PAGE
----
I find that sound processing such as equalizers warps the music beyond what you want to hear. Neutron’s sound processing is pointless if you want your sound to be as true to the original recording as possible. If you want truly better sound then invest in good transducers, lossless files, and a better amp/dac.
There are aberrations in current music recording and reproduction technology that simply cannot be fixed with “good transducers, lossless files, and better amp/dacs”.
For a start, 99% of music are mastered for loudspeakers not headphones.
On the other hand, it’s quite impossible to master all that well for headphones, because headphone listening is a moving target, with wild variations in the results among different headphones and different listeners.
All the processing I do is about transcending the physical limits imposed by my already quite excellent audio hardware, and my personal head/ear physiology (which although not aberrantly extraordinary, have enough normal variation from the norm to make generic mass market headphone tuning a hit-or-miss affair–as usual).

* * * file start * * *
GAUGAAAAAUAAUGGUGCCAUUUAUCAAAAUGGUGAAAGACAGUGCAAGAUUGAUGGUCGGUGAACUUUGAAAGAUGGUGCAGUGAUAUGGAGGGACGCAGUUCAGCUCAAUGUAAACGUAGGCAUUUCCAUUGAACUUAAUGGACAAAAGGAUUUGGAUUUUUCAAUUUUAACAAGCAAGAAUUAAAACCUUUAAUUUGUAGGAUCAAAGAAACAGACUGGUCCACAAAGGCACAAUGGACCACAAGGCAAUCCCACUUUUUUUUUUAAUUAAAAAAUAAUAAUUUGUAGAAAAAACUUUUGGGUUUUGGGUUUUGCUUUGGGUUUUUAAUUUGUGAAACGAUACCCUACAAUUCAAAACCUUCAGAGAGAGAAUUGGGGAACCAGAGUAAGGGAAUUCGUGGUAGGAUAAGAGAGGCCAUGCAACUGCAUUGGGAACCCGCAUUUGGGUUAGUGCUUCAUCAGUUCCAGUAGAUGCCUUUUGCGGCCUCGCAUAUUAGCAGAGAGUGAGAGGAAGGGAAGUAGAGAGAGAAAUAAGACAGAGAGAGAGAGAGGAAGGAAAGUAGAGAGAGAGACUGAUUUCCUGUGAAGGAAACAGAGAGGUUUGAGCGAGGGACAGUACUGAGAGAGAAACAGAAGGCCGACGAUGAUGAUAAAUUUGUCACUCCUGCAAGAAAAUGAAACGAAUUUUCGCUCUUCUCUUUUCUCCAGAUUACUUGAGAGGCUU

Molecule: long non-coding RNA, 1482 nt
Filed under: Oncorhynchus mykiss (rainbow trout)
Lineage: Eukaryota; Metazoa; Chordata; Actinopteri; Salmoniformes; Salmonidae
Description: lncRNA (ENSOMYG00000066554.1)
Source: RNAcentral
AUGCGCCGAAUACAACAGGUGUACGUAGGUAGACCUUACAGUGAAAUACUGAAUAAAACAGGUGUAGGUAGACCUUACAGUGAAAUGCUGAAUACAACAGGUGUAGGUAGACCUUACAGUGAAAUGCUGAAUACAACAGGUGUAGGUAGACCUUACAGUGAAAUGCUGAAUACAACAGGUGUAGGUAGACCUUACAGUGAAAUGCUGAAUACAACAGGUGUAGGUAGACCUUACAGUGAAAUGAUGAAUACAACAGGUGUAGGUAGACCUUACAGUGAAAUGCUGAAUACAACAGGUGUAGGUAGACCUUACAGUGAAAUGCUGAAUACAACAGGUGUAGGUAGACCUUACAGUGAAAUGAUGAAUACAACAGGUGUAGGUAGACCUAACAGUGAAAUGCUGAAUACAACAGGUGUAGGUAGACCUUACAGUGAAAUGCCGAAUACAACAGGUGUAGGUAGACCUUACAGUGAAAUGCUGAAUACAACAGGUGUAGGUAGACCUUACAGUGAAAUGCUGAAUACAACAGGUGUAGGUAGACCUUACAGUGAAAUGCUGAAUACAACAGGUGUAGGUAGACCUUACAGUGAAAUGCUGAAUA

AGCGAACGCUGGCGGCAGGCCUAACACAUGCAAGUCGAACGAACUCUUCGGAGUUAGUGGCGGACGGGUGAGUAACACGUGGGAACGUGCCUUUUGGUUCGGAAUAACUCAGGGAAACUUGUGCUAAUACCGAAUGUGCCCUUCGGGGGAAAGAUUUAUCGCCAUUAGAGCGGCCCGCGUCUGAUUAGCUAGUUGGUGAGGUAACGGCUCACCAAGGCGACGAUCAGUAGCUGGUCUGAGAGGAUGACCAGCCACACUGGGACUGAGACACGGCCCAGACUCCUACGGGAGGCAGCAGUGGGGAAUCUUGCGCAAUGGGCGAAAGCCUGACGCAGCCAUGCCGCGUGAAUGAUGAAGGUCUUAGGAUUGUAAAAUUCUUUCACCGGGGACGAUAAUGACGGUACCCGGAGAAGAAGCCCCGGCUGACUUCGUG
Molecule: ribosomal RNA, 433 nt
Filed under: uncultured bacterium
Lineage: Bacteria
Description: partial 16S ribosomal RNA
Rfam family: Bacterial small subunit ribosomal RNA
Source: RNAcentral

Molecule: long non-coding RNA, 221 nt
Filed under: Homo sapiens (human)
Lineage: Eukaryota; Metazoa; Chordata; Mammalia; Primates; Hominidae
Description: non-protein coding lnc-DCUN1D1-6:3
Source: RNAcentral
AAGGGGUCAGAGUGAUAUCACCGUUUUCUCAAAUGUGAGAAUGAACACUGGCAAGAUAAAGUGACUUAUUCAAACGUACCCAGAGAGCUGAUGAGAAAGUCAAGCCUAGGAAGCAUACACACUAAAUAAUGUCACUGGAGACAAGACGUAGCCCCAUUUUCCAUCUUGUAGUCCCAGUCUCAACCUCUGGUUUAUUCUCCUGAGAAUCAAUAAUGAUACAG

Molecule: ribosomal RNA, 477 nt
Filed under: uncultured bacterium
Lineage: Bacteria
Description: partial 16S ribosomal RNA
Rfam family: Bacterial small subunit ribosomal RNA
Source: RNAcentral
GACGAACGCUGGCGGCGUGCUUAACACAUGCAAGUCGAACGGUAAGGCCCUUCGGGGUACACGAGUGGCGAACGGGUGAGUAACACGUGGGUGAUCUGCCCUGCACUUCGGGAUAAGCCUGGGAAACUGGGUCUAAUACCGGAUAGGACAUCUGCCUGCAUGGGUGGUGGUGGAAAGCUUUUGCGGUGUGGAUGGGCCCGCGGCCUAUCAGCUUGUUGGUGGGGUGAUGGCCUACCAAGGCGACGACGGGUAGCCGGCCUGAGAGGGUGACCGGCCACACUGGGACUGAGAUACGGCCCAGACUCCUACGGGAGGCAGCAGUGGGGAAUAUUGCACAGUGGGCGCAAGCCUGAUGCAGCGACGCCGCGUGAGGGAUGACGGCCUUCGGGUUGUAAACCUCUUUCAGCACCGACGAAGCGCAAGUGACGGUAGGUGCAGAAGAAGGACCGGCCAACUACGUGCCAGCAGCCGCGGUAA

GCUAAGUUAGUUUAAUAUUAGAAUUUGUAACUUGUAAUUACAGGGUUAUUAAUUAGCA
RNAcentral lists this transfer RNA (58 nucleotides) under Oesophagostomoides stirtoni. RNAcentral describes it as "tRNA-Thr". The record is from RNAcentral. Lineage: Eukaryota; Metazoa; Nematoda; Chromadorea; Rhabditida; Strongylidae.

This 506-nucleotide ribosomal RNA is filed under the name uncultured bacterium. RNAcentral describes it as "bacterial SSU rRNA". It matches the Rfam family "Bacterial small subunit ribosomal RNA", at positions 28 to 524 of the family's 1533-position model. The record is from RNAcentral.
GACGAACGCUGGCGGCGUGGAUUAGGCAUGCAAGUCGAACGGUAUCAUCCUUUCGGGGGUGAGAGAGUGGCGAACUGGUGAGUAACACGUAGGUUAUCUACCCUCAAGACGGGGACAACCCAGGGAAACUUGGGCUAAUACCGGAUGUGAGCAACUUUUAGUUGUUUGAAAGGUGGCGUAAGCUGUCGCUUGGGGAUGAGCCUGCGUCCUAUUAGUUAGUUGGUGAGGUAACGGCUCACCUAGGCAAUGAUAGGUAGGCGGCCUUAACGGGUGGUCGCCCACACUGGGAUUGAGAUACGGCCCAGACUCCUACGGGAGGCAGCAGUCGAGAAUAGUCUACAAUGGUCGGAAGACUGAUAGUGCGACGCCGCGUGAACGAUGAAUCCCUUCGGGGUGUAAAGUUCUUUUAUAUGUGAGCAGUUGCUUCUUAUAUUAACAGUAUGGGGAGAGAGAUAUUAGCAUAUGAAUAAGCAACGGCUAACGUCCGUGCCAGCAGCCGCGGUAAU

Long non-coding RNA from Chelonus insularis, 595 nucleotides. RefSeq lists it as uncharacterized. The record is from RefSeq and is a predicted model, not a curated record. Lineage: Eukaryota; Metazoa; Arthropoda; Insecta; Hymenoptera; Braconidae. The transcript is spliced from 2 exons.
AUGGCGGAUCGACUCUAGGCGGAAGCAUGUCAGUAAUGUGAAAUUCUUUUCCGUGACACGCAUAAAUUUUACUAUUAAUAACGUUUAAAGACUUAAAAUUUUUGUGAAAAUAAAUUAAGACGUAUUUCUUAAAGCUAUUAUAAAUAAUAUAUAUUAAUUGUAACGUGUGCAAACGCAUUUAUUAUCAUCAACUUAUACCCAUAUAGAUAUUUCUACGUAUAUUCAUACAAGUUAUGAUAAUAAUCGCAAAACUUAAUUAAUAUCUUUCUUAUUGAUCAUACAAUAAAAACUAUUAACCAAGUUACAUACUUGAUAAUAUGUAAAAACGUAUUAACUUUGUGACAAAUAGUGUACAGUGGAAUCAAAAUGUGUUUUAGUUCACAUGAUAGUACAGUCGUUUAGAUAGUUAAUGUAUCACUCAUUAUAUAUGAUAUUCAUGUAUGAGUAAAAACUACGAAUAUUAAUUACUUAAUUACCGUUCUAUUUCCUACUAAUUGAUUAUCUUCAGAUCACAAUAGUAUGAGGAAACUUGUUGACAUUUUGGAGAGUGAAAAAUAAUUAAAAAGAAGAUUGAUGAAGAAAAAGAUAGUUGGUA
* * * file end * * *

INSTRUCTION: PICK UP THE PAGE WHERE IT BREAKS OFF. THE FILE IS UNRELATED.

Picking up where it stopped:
While we’re at it, there is no “the sound as the artist / producer / sound engineer / whatever intended” in any commercial recording played back through any stock home system, least of all an audiophile headphone rig. The ones producing the music know that their target audience / listening devices is a wild mishmash from Earpods and car radios to Martin Logan towers (or what-have-you) in billion-dollar listening rooms. The produced recording is full of compromises, designed to offend as little as possible in all setups, rather than to amaze anybody on a particular setup. Audiophiles don’t even take the studio listening setup on which the music was mastered to be the goal for their audio systems, and they may even be right, because the studio setup may have been designed to reveal as many potential flaws in the recording as possible rather than to present the music as best it can.
But that means that NOBODY has ever heard the produced music at its best even in the studio, and it is up to YOU to find / create the setup that pleases you the most!
It’s high time audiophiles took responsibility for creating the ultimate sound into their own hands instead of relying spoon-feed from audio companies.